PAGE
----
The onerous regulatory burden placed on US CLO issuers and sponsors in the EU, both from an administrative and legal perspective, combined with the relative ease, efficiency and legal certainty of the Cayman Islands as a jurisdiction, has caused a significant increase in Cayman Islands Stock Exchange (CSX) CLO listings.
US CLO note issuances have historically been listed on the Irish Stock Exchange (ISE). Various reasons are cited in the market for this, including the liquidity of initial and secondary markets, international outreach, certainty of EU legal systems and regulation, cost and the experience and expertise of the ISE in dealing with such listings.
As market participants will be aware, the adoption of Regulation (EU) No 596/2014 of the European Parliament and of the Council of 16 April 2014 on market abuse (market abuse regulation), otherwise known as MAR, by EU Member States in July 2016 introduced an additional barrier to the listing of CLOs on the ISE. Whereas previous market abuse directives (2002/92/EC and 2011/61/EU) applied the relevant legal framework in the EU for the regulation of market abuse, MAR contains rules on insider dealing, unlawful disclosure of inside information and market manipulation.
The concerns for CLO market participants regarding the impact of MAR have been well documented. It should therefore come as no surprise that since the adoption of MAR, the market has witnessed a growing shift of listing CLO note issuances away from the ISE towards the CSX.
The EU regulatory framework, MAR, and CLOs
Sponsors are often shocked to find that MAR will apply to them if the CLO issuer’s notes are listed on the ISE.
CLO notes have historically been listed on the Main Securities Market (MSM) or Global Exchange Market (GSE) of the ISE.
Prior to MAR, the MSM and GSE were carved out of the market abuse directive. MAR significantly broadens the scope of the previous market abuse regime in the EU. Now within the scope of MAR are financial instruments admitted for trading (or subject to a request for admission to trading) on an EU regulated market, multilateral trading facilities and organised trading facilities, not to mention the general catch all of “any other conduct or action which can have an effect on such a financial instrument irrespective of whether it takes place on a trading venue” (Recital 8 MAR and Article 2 MAR). The effect of this is that MSM and GSE markets now fall within the scope of MAR.
The geographical scope of MAR is global – Art 2(4) MAR states that “the prohibitions and requirements in MAR shall apply to actions or omissions, in the [European] Union and in a third country, concerning [financial instruments within the scope of MAR]” – meaning that non-EU entities, such as Cayman CLO issuers, are now subject to MAR in the event that they are dealing with financial instruments within the scope of the regulation, which they inevitably will be.
MAR introduced a number of important obligations upon CLO issuers, both when the notes are initially listed and on an on-going basis, including:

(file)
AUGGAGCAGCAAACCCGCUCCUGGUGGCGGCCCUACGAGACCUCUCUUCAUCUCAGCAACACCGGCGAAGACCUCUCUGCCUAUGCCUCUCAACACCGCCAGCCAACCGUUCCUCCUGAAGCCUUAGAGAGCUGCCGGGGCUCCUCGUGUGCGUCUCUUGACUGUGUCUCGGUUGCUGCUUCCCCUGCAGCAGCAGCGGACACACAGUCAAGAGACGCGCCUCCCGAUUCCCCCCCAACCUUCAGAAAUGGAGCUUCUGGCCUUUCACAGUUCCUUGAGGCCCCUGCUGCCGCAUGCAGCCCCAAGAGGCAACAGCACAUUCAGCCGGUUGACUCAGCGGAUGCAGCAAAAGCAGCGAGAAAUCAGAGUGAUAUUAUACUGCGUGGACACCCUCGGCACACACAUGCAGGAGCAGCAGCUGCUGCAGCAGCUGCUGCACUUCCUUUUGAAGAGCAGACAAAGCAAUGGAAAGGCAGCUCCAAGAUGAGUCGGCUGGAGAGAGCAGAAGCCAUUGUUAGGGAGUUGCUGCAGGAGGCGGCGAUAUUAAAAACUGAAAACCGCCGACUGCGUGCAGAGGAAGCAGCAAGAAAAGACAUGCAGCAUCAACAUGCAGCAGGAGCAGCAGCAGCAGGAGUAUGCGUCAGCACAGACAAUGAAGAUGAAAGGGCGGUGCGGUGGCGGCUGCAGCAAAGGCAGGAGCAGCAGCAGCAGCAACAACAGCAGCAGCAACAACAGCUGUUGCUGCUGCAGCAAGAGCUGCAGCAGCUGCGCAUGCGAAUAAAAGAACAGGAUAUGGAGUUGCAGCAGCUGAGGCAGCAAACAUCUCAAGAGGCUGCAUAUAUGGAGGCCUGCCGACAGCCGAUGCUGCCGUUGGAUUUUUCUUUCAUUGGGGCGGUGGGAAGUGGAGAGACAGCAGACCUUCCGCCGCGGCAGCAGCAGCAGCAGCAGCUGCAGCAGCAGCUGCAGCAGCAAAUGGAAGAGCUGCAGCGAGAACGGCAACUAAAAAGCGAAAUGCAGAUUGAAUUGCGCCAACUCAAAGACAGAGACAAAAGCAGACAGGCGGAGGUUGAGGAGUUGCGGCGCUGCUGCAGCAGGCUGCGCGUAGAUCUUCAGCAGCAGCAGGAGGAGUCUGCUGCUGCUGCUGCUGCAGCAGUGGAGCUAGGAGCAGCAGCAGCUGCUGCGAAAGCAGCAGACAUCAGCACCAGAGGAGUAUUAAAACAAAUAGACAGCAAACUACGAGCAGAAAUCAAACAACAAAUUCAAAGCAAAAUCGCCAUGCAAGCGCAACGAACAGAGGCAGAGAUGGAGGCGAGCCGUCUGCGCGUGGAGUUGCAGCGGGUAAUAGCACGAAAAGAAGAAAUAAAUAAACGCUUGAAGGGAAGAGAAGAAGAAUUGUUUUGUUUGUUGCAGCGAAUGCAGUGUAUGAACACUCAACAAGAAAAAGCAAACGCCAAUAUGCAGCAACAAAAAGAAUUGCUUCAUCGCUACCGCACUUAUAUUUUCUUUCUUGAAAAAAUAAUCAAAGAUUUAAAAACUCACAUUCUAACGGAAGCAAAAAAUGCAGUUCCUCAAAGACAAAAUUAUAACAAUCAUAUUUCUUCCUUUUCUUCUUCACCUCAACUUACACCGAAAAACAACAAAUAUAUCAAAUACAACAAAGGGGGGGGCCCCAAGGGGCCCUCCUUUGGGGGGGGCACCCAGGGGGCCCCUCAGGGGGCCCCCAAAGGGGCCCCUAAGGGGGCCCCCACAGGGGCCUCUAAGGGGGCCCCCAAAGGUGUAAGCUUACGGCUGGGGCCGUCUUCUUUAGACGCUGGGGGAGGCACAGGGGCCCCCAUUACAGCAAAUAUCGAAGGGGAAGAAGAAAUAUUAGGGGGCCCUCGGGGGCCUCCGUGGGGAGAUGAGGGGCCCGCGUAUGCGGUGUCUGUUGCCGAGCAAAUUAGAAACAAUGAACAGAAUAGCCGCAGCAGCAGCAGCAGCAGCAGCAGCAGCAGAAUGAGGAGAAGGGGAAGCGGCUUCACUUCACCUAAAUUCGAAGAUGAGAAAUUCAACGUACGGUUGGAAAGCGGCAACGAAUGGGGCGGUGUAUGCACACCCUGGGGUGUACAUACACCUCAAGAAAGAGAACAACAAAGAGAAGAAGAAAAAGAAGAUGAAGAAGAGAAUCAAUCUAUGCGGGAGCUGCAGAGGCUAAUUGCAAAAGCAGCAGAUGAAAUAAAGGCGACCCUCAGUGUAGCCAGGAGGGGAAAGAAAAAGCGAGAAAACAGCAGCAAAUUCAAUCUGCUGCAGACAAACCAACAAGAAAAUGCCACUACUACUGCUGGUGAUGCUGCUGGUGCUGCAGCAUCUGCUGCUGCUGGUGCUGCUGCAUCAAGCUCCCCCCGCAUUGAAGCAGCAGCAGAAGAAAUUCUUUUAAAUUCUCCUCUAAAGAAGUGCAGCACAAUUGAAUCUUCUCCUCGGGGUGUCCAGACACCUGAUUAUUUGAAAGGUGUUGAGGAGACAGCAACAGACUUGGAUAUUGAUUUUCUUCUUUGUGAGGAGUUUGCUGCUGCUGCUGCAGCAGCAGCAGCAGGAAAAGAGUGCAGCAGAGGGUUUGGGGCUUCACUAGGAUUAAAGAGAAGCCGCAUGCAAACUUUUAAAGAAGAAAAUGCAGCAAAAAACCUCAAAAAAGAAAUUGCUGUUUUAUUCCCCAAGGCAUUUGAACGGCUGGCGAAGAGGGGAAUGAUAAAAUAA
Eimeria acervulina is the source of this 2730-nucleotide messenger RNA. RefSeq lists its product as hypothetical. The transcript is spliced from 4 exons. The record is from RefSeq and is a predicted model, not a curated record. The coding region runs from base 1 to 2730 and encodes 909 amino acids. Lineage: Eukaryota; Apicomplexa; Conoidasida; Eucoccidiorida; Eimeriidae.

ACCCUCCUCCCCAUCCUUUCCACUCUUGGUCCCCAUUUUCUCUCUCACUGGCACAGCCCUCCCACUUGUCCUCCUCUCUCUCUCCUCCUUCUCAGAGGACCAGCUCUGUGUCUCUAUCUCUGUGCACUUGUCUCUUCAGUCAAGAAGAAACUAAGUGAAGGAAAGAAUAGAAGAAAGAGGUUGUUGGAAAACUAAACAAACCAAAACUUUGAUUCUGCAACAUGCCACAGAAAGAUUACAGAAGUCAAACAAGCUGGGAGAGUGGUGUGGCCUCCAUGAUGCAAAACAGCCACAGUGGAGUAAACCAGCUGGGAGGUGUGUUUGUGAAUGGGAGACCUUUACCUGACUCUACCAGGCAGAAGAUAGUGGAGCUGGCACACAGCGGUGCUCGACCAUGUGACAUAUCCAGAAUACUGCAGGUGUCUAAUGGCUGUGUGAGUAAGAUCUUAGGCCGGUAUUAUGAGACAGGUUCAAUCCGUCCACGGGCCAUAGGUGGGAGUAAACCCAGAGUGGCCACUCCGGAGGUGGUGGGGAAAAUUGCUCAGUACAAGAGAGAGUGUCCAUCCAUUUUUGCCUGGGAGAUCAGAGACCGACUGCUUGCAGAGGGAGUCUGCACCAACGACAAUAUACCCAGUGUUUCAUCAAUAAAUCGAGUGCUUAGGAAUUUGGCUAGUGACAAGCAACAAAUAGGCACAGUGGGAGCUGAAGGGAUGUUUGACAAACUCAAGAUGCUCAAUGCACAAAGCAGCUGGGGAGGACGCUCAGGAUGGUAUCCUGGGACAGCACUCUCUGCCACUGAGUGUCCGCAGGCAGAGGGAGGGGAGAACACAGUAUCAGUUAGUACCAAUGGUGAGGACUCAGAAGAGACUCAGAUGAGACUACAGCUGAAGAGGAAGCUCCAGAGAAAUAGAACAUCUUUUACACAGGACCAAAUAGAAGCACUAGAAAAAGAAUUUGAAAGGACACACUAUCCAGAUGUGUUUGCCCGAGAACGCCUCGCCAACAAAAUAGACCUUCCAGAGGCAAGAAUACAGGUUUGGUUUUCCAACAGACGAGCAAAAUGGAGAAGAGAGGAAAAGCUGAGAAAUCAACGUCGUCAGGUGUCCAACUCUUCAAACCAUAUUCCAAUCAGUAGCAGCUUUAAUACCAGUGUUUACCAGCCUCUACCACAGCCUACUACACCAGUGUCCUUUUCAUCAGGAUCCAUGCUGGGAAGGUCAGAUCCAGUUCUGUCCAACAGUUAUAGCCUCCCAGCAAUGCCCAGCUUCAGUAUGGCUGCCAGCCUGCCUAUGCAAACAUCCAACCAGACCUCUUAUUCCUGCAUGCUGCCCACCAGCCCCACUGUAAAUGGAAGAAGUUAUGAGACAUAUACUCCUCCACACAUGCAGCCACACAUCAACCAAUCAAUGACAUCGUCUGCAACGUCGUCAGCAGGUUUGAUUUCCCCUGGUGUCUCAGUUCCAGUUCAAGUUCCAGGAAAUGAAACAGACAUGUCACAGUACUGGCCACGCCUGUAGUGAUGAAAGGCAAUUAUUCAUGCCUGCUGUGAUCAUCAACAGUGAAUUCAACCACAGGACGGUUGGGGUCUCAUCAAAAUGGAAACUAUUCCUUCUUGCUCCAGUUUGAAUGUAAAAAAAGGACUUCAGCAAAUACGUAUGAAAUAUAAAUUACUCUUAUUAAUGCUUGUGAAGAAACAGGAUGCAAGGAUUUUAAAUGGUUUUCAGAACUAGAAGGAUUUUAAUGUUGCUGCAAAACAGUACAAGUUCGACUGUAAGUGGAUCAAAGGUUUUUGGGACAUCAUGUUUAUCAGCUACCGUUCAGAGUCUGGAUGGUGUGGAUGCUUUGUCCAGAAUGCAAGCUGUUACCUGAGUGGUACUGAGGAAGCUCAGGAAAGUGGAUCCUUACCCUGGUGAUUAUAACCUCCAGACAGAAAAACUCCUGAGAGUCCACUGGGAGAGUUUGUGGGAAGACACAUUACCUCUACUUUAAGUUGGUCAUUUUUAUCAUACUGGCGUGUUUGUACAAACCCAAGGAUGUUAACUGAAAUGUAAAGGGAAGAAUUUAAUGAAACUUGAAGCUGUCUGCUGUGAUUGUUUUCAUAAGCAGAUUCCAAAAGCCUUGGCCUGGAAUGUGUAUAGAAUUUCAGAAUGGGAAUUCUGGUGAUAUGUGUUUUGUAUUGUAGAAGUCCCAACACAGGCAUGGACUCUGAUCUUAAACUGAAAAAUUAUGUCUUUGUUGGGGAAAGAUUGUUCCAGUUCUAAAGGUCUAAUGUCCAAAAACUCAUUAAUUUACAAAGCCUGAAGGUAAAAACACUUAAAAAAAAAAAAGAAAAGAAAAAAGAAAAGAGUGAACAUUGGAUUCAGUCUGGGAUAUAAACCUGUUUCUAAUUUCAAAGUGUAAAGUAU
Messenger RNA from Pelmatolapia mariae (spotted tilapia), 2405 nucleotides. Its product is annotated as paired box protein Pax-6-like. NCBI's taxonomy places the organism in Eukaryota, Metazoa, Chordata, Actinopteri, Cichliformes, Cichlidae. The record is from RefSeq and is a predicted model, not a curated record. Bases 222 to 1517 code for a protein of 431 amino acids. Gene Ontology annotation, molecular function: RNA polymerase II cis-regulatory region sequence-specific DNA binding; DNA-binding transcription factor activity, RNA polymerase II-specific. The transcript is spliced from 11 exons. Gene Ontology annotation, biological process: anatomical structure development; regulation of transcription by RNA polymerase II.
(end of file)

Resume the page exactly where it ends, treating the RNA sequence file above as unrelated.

Public disclosure of Inside information (Art. 7 & 17 MAR): A CLO issuer (with securities admitted to trading on an EU regulated market) has an obligation to disclose inside information to the market as soon as possible; once disclosed, inside information must be available to the public for 5 years (Art. 17 (1) MAR). Recital 55 of MAR acknowledges the burdensome nature of the requirement for disclosure of inside information, particularly for small and medium-sized enterprises.
Control of inside information and insider lists (Art. 11 & 18 MAR): Insider dealing and improper disclosure of inside information are offences under MAR. CLO issuers are required to keep (and constantly and promptly update) insider lists in a prescribed format. Deviation from the prescribed format is not permitted and very detailed and extensive information is required to be included. Certain requirements also apply for the market sounding exemption to the disclosure of inside information – in the event that a CLO issuer wishes to apply this exemption, certain requirements apply (Art. 11 MAR), including records of the disclosure being retained for at least five years (Art. 11 (8) MAR). Once again, the recitals (Recital 56) acknowledge that the requirement to keep and constantly update insider lists imposes administrative burdens specifically on issuers in SME growth markets.
Managers’ transactions (Art. 19 MAR): Persons discharging managerial responsibility (PDMRs) within CLO issuers (the directors and the manager under the powers given to them in the collateral management agreement), and persons closely associated with them, are subject to additional specific requirements, including notifying the CLO issuer and the regulator (being the competent authority of the relevant EU Member State) in respect of every transaction conducted on their own account relating to debt instruments of that CLO issuer (subject to a de minimus threshold) (Art. 19 (1), (8) MAR), and not dealing when in possession of inside information or when in a certain closed period (30 calendar days before the announcement of an interim financial report or year-end report) (Art. 19 (11) MAR). These include the adoption of policies and procedures relating to inside information and notification requirements for manager’s transactions (Art. 19 MAR).